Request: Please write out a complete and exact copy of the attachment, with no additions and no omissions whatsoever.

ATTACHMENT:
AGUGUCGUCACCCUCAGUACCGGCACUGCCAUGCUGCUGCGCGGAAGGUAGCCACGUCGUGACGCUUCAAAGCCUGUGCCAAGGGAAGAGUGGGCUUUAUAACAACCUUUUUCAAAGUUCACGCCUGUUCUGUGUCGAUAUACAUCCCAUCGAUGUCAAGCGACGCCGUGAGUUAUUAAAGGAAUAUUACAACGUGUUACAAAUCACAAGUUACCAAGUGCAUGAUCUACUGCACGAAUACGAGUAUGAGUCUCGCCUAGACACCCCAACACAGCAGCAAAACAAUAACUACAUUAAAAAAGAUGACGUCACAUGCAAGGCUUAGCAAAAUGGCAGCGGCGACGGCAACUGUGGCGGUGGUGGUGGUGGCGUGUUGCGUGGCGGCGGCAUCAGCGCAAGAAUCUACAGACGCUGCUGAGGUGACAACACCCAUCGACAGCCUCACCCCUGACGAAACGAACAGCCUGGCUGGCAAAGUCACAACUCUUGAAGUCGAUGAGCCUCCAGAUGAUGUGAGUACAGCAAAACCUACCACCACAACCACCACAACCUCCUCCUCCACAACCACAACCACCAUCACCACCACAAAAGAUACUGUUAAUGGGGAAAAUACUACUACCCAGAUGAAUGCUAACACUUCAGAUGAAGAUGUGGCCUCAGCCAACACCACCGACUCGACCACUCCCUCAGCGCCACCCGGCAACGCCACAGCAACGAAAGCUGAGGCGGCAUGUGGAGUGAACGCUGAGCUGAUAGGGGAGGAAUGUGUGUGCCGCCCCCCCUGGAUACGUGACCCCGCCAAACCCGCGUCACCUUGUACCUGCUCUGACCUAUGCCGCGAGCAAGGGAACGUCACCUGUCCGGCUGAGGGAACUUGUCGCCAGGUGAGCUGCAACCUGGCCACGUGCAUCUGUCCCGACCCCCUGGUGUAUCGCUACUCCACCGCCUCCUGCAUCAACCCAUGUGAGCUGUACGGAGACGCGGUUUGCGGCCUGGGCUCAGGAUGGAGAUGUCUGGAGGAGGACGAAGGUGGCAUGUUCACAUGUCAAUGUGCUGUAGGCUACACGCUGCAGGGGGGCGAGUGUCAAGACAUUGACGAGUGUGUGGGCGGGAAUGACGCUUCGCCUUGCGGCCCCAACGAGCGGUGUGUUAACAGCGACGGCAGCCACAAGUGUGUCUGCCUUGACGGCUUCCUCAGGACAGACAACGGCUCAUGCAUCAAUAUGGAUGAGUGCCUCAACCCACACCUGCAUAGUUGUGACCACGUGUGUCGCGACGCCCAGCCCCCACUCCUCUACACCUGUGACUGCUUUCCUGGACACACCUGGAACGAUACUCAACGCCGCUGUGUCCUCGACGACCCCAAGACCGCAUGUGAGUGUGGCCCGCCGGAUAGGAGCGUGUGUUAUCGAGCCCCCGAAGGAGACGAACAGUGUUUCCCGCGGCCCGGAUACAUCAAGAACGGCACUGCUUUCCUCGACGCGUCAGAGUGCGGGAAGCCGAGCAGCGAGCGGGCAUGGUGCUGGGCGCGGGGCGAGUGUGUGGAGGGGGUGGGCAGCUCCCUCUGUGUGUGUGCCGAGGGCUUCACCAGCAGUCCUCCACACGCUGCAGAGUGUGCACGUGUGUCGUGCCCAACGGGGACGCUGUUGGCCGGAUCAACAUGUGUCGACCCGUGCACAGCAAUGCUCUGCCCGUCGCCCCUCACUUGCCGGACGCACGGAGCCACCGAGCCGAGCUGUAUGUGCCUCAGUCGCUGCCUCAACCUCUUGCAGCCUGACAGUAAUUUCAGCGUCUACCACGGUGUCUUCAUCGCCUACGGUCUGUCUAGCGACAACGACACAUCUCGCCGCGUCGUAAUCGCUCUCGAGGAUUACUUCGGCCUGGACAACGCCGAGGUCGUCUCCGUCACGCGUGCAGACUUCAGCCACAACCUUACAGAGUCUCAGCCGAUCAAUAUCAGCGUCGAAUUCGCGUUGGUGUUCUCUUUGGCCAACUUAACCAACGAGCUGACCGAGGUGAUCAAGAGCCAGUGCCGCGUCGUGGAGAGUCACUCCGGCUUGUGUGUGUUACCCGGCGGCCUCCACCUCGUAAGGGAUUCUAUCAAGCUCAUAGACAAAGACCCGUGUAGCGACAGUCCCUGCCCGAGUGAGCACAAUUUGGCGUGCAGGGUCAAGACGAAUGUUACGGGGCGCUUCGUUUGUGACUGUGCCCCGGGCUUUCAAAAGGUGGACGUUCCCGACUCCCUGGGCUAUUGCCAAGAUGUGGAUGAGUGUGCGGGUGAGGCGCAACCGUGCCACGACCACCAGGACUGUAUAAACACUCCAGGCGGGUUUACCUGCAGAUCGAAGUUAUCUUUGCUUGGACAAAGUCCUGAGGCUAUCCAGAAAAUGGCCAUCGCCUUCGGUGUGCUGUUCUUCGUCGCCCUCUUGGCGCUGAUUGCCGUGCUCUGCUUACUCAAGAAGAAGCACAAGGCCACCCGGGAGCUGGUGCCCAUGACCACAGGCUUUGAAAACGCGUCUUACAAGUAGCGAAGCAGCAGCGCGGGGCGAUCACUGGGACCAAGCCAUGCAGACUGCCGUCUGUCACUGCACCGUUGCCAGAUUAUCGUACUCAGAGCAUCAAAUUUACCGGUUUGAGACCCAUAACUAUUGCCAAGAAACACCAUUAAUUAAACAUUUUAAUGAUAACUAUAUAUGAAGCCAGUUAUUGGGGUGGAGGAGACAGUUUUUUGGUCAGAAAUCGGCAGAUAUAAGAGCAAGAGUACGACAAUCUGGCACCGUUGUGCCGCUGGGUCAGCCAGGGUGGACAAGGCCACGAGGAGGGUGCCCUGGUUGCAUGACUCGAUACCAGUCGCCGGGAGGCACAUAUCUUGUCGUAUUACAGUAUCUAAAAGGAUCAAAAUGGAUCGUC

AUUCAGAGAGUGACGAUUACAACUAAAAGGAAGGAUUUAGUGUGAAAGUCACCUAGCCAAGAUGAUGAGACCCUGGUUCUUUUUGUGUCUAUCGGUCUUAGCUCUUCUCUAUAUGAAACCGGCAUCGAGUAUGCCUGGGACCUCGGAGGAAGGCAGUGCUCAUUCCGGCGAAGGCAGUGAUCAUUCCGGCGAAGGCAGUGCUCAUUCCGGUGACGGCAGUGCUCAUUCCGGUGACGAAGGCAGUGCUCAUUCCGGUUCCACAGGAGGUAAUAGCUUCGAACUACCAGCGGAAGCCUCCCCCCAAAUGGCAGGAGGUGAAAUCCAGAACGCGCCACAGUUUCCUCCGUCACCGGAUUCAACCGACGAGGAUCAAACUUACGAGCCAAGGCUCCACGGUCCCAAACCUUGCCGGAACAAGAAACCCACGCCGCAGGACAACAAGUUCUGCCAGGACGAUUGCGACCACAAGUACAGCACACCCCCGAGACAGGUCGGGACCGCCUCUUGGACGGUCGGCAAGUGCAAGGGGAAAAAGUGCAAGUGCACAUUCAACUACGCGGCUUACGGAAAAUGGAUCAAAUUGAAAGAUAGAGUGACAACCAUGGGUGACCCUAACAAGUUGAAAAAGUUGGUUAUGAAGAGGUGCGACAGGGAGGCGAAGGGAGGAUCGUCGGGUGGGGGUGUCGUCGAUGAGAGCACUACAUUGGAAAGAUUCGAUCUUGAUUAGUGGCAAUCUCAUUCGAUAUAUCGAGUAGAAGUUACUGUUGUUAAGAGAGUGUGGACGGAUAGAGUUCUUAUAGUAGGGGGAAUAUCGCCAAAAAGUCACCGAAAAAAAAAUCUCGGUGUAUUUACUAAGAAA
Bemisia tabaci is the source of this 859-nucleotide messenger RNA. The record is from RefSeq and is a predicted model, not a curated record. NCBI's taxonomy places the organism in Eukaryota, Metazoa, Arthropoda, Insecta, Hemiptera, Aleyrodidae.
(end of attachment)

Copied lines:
AGUGUCGUCACCCUCAGUACCGGCACUGCCAUGCUGCUGCGCGGAAGGUAGCCACGUCGUGACGCUUCAAAGCCUGUGCCAAGGGAAGAGUGGGCUUUAUAACAACCUUUUUCAAAGUUCACGCCUGUUCUGUGUCGAUAUACAUCCCAUCGAUGUCAAGCGACGCCGUGAGUUAUUAAAGGAAUAUUACAACGUGUUACAAAUCACAAGUUACCAAGUGCAUGAUCUACUGCACGAAUACGAGUAUGAGUCUCGCCUAGACACCCCAACACAGCAGCAAAACAAUAACUACAUUAAAAAAGAUGACGUCACAUGCAAGGCUUAGCAAAAUGGCAGCGGCGACGGCAACUGUGGCGGUGGUGGUGGUGGCGUGUUGCGUGGCGGCGGCAUCAGCGCAAGAAUCUACAGACGCUGCUGAGGUGACAACACCCAUCGACAGCCUCACCCCUGACGAAACGAACAGCCUGGCUGGCAAAGUCACAACUCUUGAAGUCGAUGAGCCUCCAGAUGAUGUGAGUACAGCAAAACCUACCACCACAACCACCACAACCUCCUCCUCCACAACCACAACCACCAUCACCACCACAAAAGAUACUGUUAAUGGGGAAAAUACUACUACCCAGAUGAAUGCUAACACUUCAGAUGAAGAUGUGGCCUCAGCCAACACCACCGACUCGACCACUCCCUCAGCGCCACCCGGCAACGCCACAGCAACGAAAGCUGAGGCGGCAUGUGGAGUGAACGCUGAGCUGAUAGGGGAGGAAUGUGUGUGCCGCCCCCCCUGGAUACGUGACCCCGCCAAACCCGCGUCACCUUGUACCUGCUCUGACCUAUGCCGCGAGCAAGGGAACGUCACCUGUCCGGCUGAGGGAACUUGUCGCCAGGUGAGCUGCAACCUGGCCACGUGCAUCUGUCCCGACCCCCUGGUGUAUCGCUACUCCACCGCCUCCUGCAUCAACCCAUGUGAGCUGUACGGAGACGCGGUUUGCGGCCUGGGCUCAGGAUGGAGAUGUCUGGAGGAGGACGAAGGUGGCAUGUUCACAUGUCAAUGUGCUGUAGGCUACACGCUGCAGGGGGGCGAGUGUCAAGACAUUGACGAGUGUGUGGGCGGGAAUGACGCUUCGCCUUGCGGCCCCAACGAGCGGUGUGUUAACAGCGACGGCAGCCACAAGUGUGUCUGCCUUGACGGCUUCCUCAGGACAGACAACGGCUCAUGCAUCAAUAUGGAUGAGUGCCUCAACCCACACCUGCAUAGUUGUGACCACGUGUGUCGCGACGCCCAGCCCCCACUCCUCUACACCUGUGACUGCUUUCCUGGACACACCUGGAACGAUACUCAACGCCGCUGUGUCCUCGACGACCCCAAGACCGCAUGUGAGUGUGGCCCGCCGGAUAGGAGCGUGUGUUAUCGAGCCCCCGAAGGAGACGAACAGUGUUUCCCGCGGCCCGGAUACAUCAAGAACGGCACUGCUUUCCUCGACGCGUCAGAGUGCGGGAAGCCGAGCAGCGAGCGGGCAUGGUGCUGGGCGCGGGGCGAGUGUGUGGAGGGGGUGGGCAGCUCCCUCUGUGUGUGUGCCGAGGGCUUCACCAGCAGUCCUCCACACGCUGCAGAGUGUGCACGUGUGUCGUGCCCAACGGGGACGCUGUUGGCCGGAUCAACAUGUGUCGACCCGUGCACAGCAAUGCUCUGCCCGUCGCCCCUCACUUGCCGGACGCACGGAGCCACCGAGCCGAGCUGUAUGUGCCUCAGUCGCUGCCUCAACCUCUUGCAGCCUGACAGUAAUUUCAGCGUCUACCACGGUGUCUUCAUCGCCUACGGUCUGUCUAGCGACAACGACACAUCUCGCCGCGUCGUAAUCGCUCUCGAGGAUUACUUCGGCCUGGACAACGCCGAGGUCGUCUCCGUCACGCGUGCAGACUUCAGCCACAACCUUACAGAGUCUCAGCCGAUCAAUAUCAGCGUCGAAUUCGCGUUGGUGUUCUCUUUGGCCAACUUAACCAACGAGCUGACCGAGGUGAUCAAGAGCCAGUGCCGCGUCGUGGAGAGUCACUCCGGCUUGUGUGUGUUACCCGGCGGCCUCCACCUCGUAAGGGAUUCUAUCAAGCUCAUAGACAAAGACCCGUGUAGCGACAGUCCCUGCCCGAGUGAGCACAAUUUGGCGUGCAGGGUCAAGACGAAUGUUACGGGGCGCUUCGUUUGUGACUGUGCCCCGGGCUUUCAAAAGGUGGACGUUCCCGACUCCCUGGGCUAUUGCCAAGAUGUGGAUGAGUGUGCGGGUGAGGCGCAACCGUGCCACGACCACCAGGACUGUAUAAACACUCCAGGCGGGUUUACCUGCAGAUCGAAGUUAUCUUUGCUUGGACAAAGUCCUGAGGCUAUCCAGAAAAUGGCCAUCGCCUUCGGUGUGCUGUUCUUCGUCGCCCUCUUGGCGCUGAUUGCCGUGCUCUGCUUACUCAAGAAGAAGCACAAGGCCACCCGGGAGCUGGUGCCCAUGACCACAGGCUUUGAAAACGCGUCUUACAAGUAGCGAAGCAGCAGCGCGGGGCGAUCACUGGGACCAAGCCAUGCAGACUGCCGUCUGUCACUGCACCGUUGCCAGAUUAUCGUACUCAGAGCAUCAAAUUUACCGGUUUGAGACCCAUAACUAUUGCCAAGAAACACCAUUAAUUAAACAUUUUAAUGAUAACUAUAUAUGAAGCCAGUUAUUGGGGUGGAGGAGACAGUUUUUUGGUCAGAAAUCGGCAGAUAUAAGAGCAAGAGUACGACAAUCUGGCACCGUUGUGCCGCUGGGUCAGCCAGGGUGGACAAGGCCACGAGGAGGGUGCCCUGGUUGCAUGACUCGAUACCAGUCGCCGGGAGGCACAUAUCUUGUCGUAUUACAGUAUCUAAAAGGAUCAAAAUGGAUCGUC

AUUCAGAGAGUGACGAUUACAACUAAAAGGAAGGAUUUAGUGUGAAAGUCACCUAGCCAAGAUGAUGAGACCCUGGUUCUUUUUGUGUCUAUCGGUCUUAGCUCUUCUCUAUAUGAAACCGGCAUCGAGUAUGCCUGGGACCUCGGAGGAAGGCAGUGCUCAUUCCGGCGAAGGCAGUGAUCAUUCCGGCGAAGGCAGUGCUCAUUCCGGUGACGGCAGUGCUCAUUCCGGUGACGAAGGCAGUGCUCAUUCCGGUUCCACAGGAGGUAAUAGCUUCGAACUACCAGCGGAAGCCUCCCCCCAAAUGGCAGGAGGUGAAAUCCAGAACGCGCCACAGUUUCCUCCGUCACCGGAUUCAACCGACGAGGAUCAAACUUACGAGCCAAGGCUCCACGGUCCCAAACCUUGCCGGAACAAGAAACCCACGCCGCAGGACAACAAGUUCUGCCAGGACGAUUGCGACCACAAGUACAGCACACCCCCGAGACAGGUCGGGACCGCCUCUUGGACGGUCGGCAAGUGCAAGGGGAAAAAGUGCAAGUGCACAUUCAACUACGCGGCUUACGGAAAAUGGAUCAAAUUGAAAGAUAGAGUGACAACCAUGGGUGACCCUAACAAGUUGAAAAAGUUGGUUAUGAAGAGGUGCGACAGGGAGGCGAAGGGAGGAUCGUCGGGUGGGGGUGUCGUCGAUGAGAGCACUACAUUGGAAAGAUUCGAUCUUGAUUAGUGGCAAUCUCAUUCGAUAUAUCGAGUAGAAGUUACUGUUGUUAAGAGAGUGUGGACGGAUAGAGUUCUUAUAGUAGGGGGAAUAUCGCCAAAAAGUCACCGAAAAAAAAAUCUCGGUGUAUUUACUAAGAAA
Bemisia tabaci is the source of this 859-nucleotide messenger RNA. The record is from RefSeq and is a predicted model, not a curated record. NCBI's taxonomy places the organism in Eukaryota, Metazoa, Arthropoda, Insecta, Hemiptera, Aleyrodidae.